"We would certainly like to see someone in that seat, who is a little closer to the mainstream and more supportive of public lands, clean water, those types of issues," Kotcon said.
The challenge for McKinley is not his reputation with environmental groups, but rather the population loss that caused West Virginia to lose a congressional seat this year.
McKinley signed on to a joint statement with the two other lawmakers in the House delegation — Republican Reps. Carol Miller and Alex Mooney — saying they all plan to seek reelection. The trio noted that the state won’t have fuller data until later in the year.
"At this time, we all plan to seek re-election to Congress," they said. "Once the West Virginia State Legislature meets in the fall and redraws the congressional maps, we will consider the issue again at that time."
Until the effort to redraw West Virginia into two districts gets underway in the Legislature, it’s difficult to handicap who will win out, said Kilwein, the West Virginia University political science professor.
At 74, McKinley is the oldest member of the delegation. He’s also its dean and currently the only West Virginian representing the state on the E&C Committee.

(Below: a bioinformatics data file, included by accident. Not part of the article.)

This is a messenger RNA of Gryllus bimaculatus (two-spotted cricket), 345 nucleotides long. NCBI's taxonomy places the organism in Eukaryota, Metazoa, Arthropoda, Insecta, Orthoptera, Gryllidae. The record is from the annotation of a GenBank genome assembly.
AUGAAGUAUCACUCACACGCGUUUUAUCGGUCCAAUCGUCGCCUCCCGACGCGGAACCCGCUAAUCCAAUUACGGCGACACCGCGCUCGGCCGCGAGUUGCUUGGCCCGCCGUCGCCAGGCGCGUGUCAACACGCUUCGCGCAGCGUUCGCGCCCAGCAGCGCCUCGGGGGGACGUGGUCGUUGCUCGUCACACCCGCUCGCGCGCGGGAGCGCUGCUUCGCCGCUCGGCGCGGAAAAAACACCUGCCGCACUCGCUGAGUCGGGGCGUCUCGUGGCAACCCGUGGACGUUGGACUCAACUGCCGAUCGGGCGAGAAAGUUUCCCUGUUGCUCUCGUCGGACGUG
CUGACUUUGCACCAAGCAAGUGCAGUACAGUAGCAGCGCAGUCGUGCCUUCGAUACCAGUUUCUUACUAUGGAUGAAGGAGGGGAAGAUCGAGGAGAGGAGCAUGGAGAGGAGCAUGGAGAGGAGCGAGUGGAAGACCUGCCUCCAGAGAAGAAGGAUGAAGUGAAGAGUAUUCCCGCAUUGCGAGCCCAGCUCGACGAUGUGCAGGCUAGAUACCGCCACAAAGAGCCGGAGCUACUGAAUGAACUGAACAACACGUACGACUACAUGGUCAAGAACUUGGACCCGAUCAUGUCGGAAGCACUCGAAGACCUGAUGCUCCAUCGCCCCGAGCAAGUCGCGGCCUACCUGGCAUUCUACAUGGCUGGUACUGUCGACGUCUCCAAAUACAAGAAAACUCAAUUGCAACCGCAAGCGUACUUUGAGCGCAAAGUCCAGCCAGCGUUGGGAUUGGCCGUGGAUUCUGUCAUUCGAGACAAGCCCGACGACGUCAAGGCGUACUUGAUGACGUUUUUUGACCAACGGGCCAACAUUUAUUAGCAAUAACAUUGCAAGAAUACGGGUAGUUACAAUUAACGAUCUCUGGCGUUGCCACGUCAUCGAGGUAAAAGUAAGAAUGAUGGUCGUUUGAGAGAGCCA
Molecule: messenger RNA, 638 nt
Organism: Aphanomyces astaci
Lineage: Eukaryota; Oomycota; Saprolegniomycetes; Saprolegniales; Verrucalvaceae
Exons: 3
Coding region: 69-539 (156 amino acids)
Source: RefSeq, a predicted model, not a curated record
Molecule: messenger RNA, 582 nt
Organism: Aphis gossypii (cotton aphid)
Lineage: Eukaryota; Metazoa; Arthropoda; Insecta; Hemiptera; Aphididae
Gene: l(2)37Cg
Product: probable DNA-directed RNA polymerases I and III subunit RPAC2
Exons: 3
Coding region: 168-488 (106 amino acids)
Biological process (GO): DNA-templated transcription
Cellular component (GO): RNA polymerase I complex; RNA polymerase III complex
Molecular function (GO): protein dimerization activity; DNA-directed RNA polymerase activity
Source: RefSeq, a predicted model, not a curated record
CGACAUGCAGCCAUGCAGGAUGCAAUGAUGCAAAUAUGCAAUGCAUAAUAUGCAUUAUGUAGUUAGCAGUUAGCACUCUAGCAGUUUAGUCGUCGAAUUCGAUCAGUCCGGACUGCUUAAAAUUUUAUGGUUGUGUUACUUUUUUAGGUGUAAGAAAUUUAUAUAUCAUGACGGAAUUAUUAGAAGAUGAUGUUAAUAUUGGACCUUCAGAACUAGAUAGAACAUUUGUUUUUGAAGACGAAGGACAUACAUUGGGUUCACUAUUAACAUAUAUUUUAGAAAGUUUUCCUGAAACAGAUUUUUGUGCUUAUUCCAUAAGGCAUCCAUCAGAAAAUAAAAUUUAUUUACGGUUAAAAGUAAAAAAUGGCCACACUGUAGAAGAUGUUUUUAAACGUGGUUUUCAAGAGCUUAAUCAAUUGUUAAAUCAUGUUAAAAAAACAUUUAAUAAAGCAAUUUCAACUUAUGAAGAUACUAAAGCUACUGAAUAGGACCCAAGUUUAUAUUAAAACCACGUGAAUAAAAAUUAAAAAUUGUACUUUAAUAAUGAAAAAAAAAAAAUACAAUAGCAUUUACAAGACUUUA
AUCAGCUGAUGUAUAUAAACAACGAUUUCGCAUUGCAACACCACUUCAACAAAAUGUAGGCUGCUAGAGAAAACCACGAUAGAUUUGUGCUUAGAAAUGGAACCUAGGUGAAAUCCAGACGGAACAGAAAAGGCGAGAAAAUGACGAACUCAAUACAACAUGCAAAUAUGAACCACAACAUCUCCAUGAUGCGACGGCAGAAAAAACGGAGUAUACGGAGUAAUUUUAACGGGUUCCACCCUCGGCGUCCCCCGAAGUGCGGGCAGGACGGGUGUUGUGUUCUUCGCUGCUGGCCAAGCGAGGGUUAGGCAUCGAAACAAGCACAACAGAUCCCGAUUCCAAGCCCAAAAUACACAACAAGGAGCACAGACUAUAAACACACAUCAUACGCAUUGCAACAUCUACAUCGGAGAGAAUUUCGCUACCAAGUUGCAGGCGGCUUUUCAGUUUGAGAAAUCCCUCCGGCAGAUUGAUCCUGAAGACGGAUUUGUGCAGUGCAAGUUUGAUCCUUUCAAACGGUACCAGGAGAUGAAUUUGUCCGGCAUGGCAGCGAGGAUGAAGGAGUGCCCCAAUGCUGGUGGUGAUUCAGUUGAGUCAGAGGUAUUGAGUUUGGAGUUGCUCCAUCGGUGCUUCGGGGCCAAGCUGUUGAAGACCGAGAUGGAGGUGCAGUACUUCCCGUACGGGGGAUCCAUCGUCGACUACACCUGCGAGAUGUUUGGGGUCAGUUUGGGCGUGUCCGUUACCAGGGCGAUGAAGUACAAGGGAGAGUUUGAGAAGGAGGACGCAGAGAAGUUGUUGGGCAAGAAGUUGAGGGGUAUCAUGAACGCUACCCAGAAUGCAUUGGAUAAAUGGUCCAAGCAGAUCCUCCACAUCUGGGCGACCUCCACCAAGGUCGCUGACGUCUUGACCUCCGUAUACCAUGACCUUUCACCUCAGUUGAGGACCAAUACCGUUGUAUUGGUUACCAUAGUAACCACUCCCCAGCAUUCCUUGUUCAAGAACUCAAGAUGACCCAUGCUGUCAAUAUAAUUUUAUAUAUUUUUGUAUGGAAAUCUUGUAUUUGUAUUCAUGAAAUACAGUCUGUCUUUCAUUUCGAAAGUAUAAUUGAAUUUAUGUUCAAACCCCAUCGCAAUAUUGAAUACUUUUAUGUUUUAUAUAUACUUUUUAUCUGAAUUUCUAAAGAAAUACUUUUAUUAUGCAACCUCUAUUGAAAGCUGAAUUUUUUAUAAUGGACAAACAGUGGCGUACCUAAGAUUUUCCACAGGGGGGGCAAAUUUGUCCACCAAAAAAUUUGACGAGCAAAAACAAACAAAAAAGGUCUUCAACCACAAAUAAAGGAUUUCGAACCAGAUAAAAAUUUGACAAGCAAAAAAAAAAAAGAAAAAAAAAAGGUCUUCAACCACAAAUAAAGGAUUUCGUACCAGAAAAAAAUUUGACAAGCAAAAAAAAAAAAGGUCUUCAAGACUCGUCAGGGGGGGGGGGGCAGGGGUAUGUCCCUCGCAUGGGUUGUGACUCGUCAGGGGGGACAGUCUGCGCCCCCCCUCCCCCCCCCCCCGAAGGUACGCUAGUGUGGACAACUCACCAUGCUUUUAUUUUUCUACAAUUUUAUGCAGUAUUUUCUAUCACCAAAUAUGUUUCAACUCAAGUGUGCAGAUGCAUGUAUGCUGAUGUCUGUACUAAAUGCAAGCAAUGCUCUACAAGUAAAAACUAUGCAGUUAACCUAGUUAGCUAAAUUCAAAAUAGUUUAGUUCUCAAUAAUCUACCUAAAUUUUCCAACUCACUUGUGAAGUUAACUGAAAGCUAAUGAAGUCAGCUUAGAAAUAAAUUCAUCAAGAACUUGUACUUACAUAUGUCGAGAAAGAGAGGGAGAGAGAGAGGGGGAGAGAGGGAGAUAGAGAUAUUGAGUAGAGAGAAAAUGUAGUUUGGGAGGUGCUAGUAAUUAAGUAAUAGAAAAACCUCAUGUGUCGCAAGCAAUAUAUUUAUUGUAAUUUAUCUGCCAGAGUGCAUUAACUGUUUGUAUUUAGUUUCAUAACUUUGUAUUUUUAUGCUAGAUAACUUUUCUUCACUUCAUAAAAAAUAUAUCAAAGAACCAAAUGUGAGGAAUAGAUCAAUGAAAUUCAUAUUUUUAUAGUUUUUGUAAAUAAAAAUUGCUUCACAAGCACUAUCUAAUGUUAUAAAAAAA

"West Virginia Republicans are looking forward to the 2022 election, and they’re looking forward to the 2024 election, when [Sen.] Joe Manchin [D] is going to have to run again, if he does run again," Kilwein said. "I think all those factors are going to come into play, and that makes it extremely complicated."
Whatever happens, coal still has a big place for McKinley and the rest of the delegation. "I have confidence in our laboratories, whether it’s [the National Energy Technology Laboratory] or WVU or Penn State or someone, we’re going to be able to come up with something in 10 years," McKinley said.
"When we do that, then I think we’re going to be able to sell this to Germany, France, other nations to be able to consider that," he added. "At that point, I’ll feel better that there is a future for coal."